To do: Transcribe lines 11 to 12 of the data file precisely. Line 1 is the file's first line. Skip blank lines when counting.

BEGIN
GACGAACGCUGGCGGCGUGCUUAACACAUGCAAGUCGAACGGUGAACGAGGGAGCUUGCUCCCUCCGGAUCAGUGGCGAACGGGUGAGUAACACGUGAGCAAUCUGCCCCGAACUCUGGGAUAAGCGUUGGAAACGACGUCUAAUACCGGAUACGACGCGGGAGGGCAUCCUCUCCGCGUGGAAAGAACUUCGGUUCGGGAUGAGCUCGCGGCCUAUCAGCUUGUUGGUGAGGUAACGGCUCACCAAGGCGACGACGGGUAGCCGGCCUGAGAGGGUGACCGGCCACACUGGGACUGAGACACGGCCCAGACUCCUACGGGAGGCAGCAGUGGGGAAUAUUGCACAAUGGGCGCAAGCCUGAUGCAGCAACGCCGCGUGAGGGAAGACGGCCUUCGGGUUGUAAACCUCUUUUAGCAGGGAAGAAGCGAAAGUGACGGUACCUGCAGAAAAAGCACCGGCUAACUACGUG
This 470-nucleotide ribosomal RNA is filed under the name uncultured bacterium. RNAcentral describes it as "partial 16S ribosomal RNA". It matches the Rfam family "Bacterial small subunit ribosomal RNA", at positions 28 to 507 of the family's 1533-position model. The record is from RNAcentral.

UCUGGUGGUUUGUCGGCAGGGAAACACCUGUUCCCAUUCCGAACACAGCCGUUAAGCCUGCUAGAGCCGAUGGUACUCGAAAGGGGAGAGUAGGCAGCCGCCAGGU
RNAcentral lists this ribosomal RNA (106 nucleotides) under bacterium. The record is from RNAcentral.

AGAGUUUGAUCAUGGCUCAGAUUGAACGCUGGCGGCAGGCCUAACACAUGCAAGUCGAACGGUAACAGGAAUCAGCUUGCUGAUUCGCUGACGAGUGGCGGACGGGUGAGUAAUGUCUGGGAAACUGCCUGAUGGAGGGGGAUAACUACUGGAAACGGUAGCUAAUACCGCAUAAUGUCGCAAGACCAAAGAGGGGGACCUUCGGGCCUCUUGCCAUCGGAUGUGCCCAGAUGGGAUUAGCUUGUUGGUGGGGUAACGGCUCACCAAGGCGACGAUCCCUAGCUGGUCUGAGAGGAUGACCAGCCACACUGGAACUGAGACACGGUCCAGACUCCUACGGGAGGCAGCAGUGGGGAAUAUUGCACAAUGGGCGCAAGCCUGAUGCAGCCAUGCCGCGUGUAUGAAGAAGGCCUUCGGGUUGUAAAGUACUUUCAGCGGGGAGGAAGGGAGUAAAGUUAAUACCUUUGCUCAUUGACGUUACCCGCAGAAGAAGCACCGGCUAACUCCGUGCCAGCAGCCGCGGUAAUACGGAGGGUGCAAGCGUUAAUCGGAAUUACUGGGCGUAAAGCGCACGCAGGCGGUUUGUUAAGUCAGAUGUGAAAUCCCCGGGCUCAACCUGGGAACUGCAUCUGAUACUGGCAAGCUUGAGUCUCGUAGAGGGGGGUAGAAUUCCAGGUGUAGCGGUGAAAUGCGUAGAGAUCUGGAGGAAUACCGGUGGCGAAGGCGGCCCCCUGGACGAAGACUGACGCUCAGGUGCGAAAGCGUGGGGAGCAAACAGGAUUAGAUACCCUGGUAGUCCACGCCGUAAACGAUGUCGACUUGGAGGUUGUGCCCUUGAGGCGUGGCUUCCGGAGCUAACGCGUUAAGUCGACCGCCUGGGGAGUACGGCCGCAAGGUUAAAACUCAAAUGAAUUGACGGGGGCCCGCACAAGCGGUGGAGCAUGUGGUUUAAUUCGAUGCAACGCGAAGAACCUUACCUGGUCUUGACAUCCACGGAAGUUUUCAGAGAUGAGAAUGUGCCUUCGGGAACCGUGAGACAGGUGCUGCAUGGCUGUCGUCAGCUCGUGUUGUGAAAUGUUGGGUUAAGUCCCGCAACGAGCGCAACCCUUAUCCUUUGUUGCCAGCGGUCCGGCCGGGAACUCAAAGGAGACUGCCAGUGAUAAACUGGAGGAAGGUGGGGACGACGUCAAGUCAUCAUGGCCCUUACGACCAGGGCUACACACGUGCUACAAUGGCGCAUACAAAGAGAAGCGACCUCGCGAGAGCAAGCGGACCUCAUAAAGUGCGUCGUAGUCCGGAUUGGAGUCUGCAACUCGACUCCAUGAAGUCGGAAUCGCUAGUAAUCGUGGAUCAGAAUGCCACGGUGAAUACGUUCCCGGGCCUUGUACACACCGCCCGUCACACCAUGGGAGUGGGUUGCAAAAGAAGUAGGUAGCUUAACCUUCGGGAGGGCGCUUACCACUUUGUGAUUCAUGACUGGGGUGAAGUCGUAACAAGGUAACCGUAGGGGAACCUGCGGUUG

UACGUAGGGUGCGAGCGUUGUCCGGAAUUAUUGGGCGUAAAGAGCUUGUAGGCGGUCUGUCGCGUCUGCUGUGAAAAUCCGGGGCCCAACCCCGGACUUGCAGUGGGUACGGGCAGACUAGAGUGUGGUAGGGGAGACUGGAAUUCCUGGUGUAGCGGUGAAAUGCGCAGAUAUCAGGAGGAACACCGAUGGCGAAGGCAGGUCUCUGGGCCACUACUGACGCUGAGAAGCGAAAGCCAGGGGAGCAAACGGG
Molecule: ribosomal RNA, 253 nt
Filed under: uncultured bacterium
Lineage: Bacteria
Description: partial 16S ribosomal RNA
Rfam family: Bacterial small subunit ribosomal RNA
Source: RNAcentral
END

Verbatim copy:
Rfam family: Bacterial small subunit ribosomal RNA
Source: RNAcentral